I believe the point of Lisa McLeod’s article was spot-on target with what I observed from my co-worker. I don’t blame him for feeling unconnected and disengaged as I think it’s a dual responsibility between the manager and employee to find connection and meaning at work.

Since I’ve worked in IT and now marketing during my career, I have seen how business engagement works within the two organizations. In marketing and sales there emphasis is on company strategy, revenue, sales, and client resigns. In IT, the focus and business engagement is usually around systems, costs, and processes.  This creates an opportunity for IT organizations.  People value meaning in their work effort, and true business meaning comes with understanding how the work they are completing drives revenue, reduces cost, and enhances customer relationships.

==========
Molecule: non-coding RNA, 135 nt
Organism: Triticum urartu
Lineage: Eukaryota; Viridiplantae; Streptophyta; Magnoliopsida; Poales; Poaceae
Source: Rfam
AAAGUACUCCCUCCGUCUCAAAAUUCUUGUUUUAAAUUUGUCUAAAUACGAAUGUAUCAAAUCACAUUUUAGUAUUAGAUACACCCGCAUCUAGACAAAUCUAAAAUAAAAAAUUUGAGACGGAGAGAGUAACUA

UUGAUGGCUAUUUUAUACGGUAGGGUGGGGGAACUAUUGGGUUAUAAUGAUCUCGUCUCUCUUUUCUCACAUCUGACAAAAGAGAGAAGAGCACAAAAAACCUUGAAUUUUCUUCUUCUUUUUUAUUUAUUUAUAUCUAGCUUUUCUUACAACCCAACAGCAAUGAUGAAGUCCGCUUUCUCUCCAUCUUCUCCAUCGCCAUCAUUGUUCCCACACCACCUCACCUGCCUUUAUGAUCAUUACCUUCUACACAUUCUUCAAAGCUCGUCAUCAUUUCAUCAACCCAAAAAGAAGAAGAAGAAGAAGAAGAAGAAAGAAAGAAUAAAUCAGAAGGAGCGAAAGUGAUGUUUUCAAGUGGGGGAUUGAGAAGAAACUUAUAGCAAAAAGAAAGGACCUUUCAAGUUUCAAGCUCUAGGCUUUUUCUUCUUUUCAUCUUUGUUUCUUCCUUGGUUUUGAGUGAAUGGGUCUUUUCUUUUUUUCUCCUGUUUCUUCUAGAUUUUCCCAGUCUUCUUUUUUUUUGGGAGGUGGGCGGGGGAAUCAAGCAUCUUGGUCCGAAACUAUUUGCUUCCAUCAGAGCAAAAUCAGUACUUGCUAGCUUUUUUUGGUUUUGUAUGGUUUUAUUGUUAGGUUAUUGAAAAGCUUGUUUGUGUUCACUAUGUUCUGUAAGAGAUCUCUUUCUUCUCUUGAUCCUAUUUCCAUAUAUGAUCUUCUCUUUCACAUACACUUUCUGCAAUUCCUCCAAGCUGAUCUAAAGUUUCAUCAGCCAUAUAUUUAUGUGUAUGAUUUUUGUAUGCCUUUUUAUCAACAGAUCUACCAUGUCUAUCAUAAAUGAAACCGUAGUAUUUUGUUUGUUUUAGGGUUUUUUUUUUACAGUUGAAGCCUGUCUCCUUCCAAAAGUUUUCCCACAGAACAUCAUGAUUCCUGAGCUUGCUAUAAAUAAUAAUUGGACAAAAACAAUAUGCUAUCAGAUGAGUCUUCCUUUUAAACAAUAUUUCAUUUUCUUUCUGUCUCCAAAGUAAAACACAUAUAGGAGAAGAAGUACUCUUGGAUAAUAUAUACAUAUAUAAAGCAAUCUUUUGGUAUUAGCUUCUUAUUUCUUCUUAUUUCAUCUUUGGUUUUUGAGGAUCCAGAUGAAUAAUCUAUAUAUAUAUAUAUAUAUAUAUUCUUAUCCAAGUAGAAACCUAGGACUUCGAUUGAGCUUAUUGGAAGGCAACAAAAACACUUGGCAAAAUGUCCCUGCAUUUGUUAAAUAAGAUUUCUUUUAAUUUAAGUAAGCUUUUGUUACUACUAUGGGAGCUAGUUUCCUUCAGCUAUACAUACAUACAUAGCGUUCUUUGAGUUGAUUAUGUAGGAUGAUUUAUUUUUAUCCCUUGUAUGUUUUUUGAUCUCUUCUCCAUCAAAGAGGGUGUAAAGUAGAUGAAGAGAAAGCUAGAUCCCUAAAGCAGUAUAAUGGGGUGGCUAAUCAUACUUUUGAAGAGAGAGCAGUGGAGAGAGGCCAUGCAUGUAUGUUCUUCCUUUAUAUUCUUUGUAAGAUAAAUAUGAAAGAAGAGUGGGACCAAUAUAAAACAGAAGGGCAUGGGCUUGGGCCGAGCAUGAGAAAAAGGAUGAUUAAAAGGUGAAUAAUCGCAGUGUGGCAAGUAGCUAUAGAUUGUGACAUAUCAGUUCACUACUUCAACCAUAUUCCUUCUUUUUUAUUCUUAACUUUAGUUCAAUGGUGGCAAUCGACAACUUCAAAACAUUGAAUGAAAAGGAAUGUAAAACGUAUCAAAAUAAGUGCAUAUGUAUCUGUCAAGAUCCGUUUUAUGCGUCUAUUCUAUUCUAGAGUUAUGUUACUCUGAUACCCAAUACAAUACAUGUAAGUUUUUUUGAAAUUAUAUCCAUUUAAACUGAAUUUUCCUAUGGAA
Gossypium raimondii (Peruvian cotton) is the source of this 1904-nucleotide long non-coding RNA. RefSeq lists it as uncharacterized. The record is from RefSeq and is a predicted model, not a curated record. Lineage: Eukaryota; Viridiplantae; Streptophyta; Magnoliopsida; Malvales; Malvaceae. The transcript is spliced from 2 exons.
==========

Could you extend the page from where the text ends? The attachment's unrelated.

Something I did recently when I was asked to manage a team at work was to define mission and purpose of our group as a piece of the larger the organization.  My intent was to provide the team with connection to each other and a connection to the work of the organization. Here’s an edited version of what we created:

Mission (why our organization exists):

Enable the value drivers of the organization to help clients:

  • Increase revenue
  • Reduce expenses
  • Enhance their customer relationships across internet, phone, and client channels.

Purpose (why we exist within the organization)

Create revenue by:

  • Enabling customer self-service web and phone channels by selling, servicing and managing company products and services.
  • Enabling clients to be more effective  and efficient when making product and service choices on behalf of their customers.
  • Helping internal stakeholders to be relevant and credible to company clients by guiding, recommending, and enabling technology that produces customer interaction.

If you’re a manager leading people, I’d be interested to know how you create connection and meaning with your employees. Is this something difficult or easy for you?

Don’t undervalue your services